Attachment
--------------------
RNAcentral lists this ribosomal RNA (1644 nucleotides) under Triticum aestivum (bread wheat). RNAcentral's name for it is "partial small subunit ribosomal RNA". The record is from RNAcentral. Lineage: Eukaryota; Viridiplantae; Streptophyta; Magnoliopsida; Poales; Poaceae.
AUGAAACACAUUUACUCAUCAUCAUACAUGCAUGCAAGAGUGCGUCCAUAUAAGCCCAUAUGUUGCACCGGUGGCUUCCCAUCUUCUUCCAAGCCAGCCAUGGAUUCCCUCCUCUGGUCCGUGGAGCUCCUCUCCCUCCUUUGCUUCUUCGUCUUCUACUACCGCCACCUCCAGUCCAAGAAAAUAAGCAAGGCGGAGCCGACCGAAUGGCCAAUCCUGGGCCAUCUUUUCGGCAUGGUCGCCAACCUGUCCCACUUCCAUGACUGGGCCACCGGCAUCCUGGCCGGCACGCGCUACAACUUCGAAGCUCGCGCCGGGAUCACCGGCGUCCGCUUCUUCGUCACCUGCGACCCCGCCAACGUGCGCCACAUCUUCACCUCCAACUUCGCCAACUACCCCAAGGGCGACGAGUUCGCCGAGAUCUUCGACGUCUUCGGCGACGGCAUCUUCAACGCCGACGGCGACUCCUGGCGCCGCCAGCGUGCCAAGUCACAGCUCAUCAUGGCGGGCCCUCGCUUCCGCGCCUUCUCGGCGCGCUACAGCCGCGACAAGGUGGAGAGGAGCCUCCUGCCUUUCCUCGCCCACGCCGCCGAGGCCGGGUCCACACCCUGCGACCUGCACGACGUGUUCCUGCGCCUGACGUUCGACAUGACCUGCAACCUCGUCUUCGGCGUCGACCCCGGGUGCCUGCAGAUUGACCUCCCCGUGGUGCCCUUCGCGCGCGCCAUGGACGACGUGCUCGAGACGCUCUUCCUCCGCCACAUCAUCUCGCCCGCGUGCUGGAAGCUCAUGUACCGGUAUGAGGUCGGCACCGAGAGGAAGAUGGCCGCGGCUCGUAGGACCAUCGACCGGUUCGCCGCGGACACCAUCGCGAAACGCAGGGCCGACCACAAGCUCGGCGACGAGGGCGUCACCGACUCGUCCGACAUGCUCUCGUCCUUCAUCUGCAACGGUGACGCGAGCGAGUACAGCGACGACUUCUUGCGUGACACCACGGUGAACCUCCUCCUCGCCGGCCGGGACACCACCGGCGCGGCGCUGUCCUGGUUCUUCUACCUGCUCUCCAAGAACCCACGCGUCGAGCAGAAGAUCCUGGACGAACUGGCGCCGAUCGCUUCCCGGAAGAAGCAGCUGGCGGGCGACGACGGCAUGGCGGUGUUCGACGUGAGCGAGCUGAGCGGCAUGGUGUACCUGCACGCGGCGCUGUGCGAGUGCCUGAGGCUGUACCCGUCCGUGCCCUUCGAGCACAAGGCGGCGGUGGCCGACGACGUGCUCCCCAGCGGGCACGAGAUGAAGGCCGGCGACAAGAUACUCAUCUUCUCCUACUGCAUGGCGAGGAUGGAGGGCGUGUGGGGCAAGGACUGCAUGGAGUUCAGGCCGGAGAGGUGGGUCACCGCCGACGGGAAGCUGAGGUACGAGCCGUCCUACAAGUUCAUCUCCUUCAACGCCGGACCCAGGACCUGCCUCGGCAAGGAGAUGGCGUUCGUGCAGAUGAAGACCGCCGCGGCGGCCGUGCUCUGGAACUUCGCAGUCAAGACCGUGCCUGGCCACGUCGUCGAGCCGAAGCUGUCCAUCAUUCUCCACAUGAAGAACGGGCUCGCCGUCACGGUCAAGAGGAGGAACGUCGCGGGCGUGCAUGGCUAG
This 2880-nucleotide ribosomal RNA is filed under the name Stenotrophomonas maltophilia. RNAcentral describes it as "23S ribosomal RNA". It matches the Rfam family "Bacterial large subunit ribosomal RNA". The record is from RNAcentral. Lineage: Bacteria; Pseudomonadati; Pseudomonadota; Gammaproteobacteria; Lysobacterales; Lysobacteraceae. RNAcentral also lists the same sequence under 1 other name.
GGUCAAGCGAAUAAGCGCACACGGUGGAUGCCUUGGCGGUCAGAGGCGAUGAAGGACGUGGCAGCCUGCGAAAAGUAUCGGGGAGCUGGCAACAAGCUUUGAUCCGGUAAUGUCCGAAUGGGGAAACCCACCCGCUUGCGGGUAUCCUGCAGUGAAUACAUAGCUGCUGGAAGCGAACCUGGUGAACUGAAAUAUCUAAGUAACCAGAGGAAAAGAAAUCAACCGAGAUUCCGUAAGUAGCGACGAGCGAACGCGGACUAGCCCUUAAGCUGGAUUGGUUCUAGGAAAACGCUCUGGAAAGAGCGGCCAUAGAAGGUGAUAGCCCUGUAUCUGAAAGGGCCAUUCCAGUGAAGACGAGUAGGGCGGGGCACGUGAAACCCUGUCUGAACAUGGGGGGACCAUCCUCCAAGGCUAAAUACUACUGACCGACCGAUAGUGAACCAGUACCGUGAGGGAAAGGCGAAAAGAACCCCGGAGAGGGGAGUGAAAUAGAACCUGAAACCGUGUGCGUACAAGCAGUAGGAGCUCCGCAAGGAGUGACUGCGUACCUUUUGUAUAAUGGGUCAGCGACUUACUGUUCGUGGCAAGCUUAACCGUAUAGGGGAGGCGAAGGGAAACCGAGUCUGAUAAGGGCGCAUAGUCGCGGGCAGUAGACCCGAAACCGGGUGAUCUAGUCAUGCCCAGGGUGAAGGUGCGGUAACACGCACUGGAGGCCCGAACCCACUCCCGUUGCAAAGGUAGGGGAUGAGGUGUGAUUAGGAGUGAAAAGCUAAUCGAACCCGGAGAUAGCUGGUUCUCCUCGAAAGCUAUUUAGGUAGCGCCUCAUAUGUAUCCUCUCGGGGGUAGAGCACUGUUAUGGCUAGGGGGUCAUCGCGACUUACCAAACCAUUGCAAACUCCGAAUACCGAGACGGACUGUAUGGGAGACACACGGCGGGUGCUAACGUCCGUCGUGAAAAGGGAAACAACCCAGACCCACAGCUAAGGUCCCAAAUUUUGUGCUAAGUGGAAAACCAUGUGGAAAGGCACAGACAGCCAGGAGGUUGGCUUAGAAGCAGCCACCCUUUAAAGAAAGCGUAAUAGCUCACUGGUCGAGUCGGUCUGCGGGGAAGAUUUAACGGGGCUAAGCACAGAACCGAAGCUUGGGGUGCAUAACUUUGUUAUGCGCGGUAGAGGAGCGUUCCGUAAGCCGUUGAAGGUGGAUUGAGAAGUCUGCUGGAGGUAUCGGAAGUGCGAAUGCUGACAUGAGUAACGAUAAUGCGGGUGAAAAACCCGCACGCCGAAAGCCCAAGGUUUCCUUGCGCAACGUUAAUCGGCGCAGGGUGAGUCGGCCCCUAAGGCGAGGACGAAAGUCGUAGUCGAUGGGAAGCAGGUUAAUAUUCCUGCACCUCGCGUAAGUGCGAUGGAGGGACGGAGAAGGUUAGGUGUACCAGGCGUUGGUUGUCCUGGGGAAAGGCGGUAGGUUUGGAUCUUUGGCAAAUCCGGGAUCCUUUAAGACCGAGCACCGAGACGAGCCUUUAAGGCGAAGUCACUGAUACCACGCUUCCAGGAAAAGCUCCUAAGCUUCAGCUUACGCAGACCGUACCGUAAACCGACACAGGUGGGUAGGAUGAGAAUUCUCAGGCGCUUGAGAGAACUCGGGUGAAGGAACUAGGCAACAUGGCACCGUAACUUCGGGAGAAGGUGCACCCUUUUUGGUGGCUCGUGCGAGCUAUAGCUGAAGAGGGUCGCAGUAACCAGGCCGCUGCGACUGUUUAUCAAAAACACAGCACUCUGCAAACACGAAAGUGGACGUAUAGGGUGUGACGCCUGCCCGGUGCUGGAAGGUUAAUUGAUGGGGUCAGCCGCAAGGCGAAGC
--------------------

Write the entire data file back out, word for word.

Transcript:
RNAcentral lists this ribosomal RNA (1644 nucleotides) under Triticum aestivum (bread wheat). RNAcentral's name for it is "partial small subunit ribosomal RNA". The record is from RNAcentral. Lineage: Eukaryota; Viridiplantae; Streptophyta; Magnoliopsida; Poales; Poaceae.
AUGAAACACAUUUACUCAUCAUCAUACAUGCAUGCAAGAGUGCGUCCAUAUAAGCCCAUAUGUUGCACCGGUGGCUUCCCAUCUUCUUCCAAGCCAGCCAUGGAUUCCCUCCUCUGGUCCGUGGAGCUCCUCUCCCUCCUUUGCUUCUUCGUCUUCUACUACCGCCACCUCCAGUCCAAGAAAAUAAGCAAGGCGGAGCCGACCGAAUGGCCAAUCCUGGGCCAUCUUUUCGGCAUGGUCGCCAACCUGUCCCACUUCCAUGACUGGGCCACCGGCAUCCUGGCCGGCACGCGCUACAACUUCGAAGCUCGCGCCGGGAUCACCGGCGUCCGCUUCUUCGUCACCUGCGACCCCGCCAACGUGCGCCACAUCUUCACCUCCAACUUCGCCAACUACCCCAAGGGCGACGAGUUCGCCGAGAUCUUCGACGUCUUCGGCGACGGCAUCUUCAACGCCGACGGCGACUCCUGGCGCCGCCAGCGUGCCAAGUCACAGCUCAUCAUGGCGGGCCCUCGCUUCCGCGCCUUCUCGGCGCGCUACAGCCGCGACAAGGUGGAGAGGAGCCUCCUGCCUUUCCUCGCCCACGCCGCCGAGGCCGGGUCCACACCCUGCGACCUGCACGACGUGUUCCUGCGCCUGACGUUCGACAUGACCUGCAACCUCGUCUUCGGCGUCGACCCCGGGUGCCUGCAGAUUGACCUCCCCGUGGUGCCCUUCGCGCGCGCCAUGGACGACGUGCUCGAGACGCUCUUCCUCCGCCACAUCAUCUCGCCCGCGUGCUGGAAGCUCAUGUACCGGUAUGAGGUCGGCACCGAGAGGAAGAUGGCCGCGGCUCGUAGGACCAUCGACCGGUUCGCCGCGGACACCAUCGCGAAACGCAGGGCCGACCACAAGCUCGGCGACGAGGGCGUCACCGACUCGUCCGACAUGCUCUCGUCCUUCAUCUGCAACGGUGACGCGAGCGAGUACAGCGACGACUUCUUGCGUGACACCACGGUGAACCUCCUCCUCGCCGGCCGGGACACCACCGGCGCGGCGCUGUCCUGGUUCUUCUACCUGCUCUCCAAGAACCCACGCGUCGAGCAGAAGAUCCUGGACGAACUGGCGCCGAUCGCUUCCCGGAAGAAGCAGCUGGCGGGCGACGACGGCAUGGCGGUGUUCGACGUGAGCGAGCUGAGCGGCAUGGUGUACCUGCACGCGGCGCUGUGCGAGUGCCUGAGGCUGUACCCGUCCGUGCCCUUCGAGCACAAGGCGGCGGUGGCCGACGACGUGCUCCCCAGCGGGCACGAGAUGAAGGCCGGCGACAAGAUACUCAUCUUCUCCUACUGCAUGGCGAGGAUGGAGGGCGUGUGGGGCAAGGACUGCAUGGAGUUCAGGCCGGAGAGGUGGGUCACCGCCGACGGGAAGCUGAGGUACGAGCCGUCCUACAAGUUCAUCUCCUUCAACGCCGGACCCAGGACCUGCCUCGGCAAGGAGAUGGCGUUCGUGCAGAUGAAGACCGCCGCGGCGGCCGUGCUCUGGAACUUCGCAGUCAAGACCGUGCCUGGCCACGUCGUCGAGCCGAAGCUGUCCAUCAUUCUCCACAUGAAGAACGGGCUCGCCGUCACGGUCAAGAGGAGGAACGUCGCGGGCGUGCAUGGCUAG
This 2880-nucleotide ribosomal RNA is filed under the name Stenotrophomonas maltophilia. RNAcentral describes it as "23S ribosomal RNA". It matches the Rfam family "Bacterial large subunit ribosomal RNA". The record is from RNAcentral. Lineage: Bacteria; Pseudomonadati; Pseudomonadota; Gammaproteobacteria; Lysobacterales; Lysobacteraceae. RNAcentral also lists the same sequence under 1 other name.
GGUCAAGCGAAUAAGCGCACACGGUGGAUGCCUUGGCGGUCAGAGGCGAUGAAGGACGUGGCAGCCUGCGAAAAGUAUCGGGGAGCUGGCAACAAGCUUUGAUCCGGUAAUGUCCGAAUGGGGAAACCCACCCGCUUGCGGGUAUCCUGCAGUGAAUACAUAGCUGCUGGAAGCGAACCUGGUGAACUGAAAUAUCUAAGUAACCAGAGGAAAAGAAAUCAACCGAGAUUCCGUAAGUAGCGACGAGCGAACGCGGACUAGCCCUUAAGCUGGAUUGGUUCUAGGAAAACGCUCUGGAAAGAGCGGCCAUAGAAGGUGAUAGCCCUGUAUCUGAAAGGGCCAUUCCAGUGAAGACGAGUAGGGCGGGGCACGUGAAACCCUGUCUGAACAUGGGGGGACCAUCCUCCAAGGCUAAAUACUACUGACCGACCGAUAGUGAACCAGUACCGUGAGGGAAAGGCGAAAAGAACCCCGGAGAGGGGAGUGAAAUAGAACCUGAAACCGUGUGCGUACAAGCAGUAGGAGCUCCGCAAGGAGUGACUGCGUACCUUUUGUAUAAUGGGUCAGCGACUUACUGUUCGUGGCAAGCUUAACCGUAUAGGGGAGGCGAAGGGAAACCGAGUCUGAUAAGGGCGCAUAGUCGCGGGCAGUAGACCCGAAACCGGGUGAUCUAGUCAUGCCCAGGGUGAAGGUGCGGUAACACGCACUGGAGGCCCGAACCCACUCCCGUUGCAAAGGUAGGGGAUGAGGUGUGAUUAGGAGUGAAAAGCUAAUCGAACCCGGAGAUAGCUGGUUCUCCUCGAAAGCUAUUUAGGUAGCGCCUCAUAUGUAUCCUCUCGGGGGUAGAGCACUGUUAUGGCUAGGGGGUCAUCGCGACUUACCAAACCAUUGCAAACUCCGAAUACCGAGACGGACUGUAUGGGAGACACACGGCGGGUGCUAACGUCCGUCGUGAAAAGGGAAACAACCCAGACCCACAGCUAAGGUCCCAAAUUUUGUGCUAAGUGGAAAACCAUGUGGAAAGGCACAGACAGCCAGGAGGUUGGCUUAGAAGCAGCCACCCUUUAAAGAAAGCGUAAUAGCUCACUGGUCGAGUCGGUCUGCGGGGAAGAUUUAACGGGGCUAAGCACAGAACCGAAGCUUGGGGUGCAUAACUUUGUUAUGCGCGGUAGAGGAGCGUUCCGUAAGCCGUUGAAGGUGGAUUGAGAAGUCUGCUGGAGGUAUCGGAAGUGCGAAUGCUGACAUGAGUAACGAUAAUGCGGGUGAAAAACCCGCACGCCGAAAGCCCAAGGUUUCCUUGCGCAACGUUAAUCGGCGCAGGGUGAGUCGGCCCCUAAGGCGAGGACGAAAGUCGUAGUCGAUGGGAAGCAGGUUAAUAUUCCUGCACCUCGCGUAAGUGCGAUGGAGGGACGGAGAAGGUUAGGUGUACCAGGCGUUGGUUGUCCUGGGGAAAGGCGGUAGGUUUGGAUCUUUGGCAAAUCCGGGAUCCUUUAAGACCGAGCACCGAGACGAGCCUUUAAGGCGAAGUCACUGAUACCACGCUUCCAGGAAAAGCUCCUAAGCUUCAGCUUACGCAGACCGUACCGUAAACCGACACAGGUGGGUAGGAUGAGAAUUCUCAGGCGCUUGAGAGAACUCGGGUGAAGGAACUAGGCAACAUGGCACCGUAACUUCGGGAGAAGGUGCACCCUUUUUGGUGGCUCGUGCGAGCUAUAGCUGAAGAGGGUCGCAGUAACCAGGCCGCUGCGACUGUUUAUCAAAAACACAGCACUCUGCAAACACGAAAGUGGACGUAUAGGGUGUGACGCCUGCCCGGUGCUGGAAGGUUAAUUGAUGGGGUCAGCCGCAAGGCGAAGC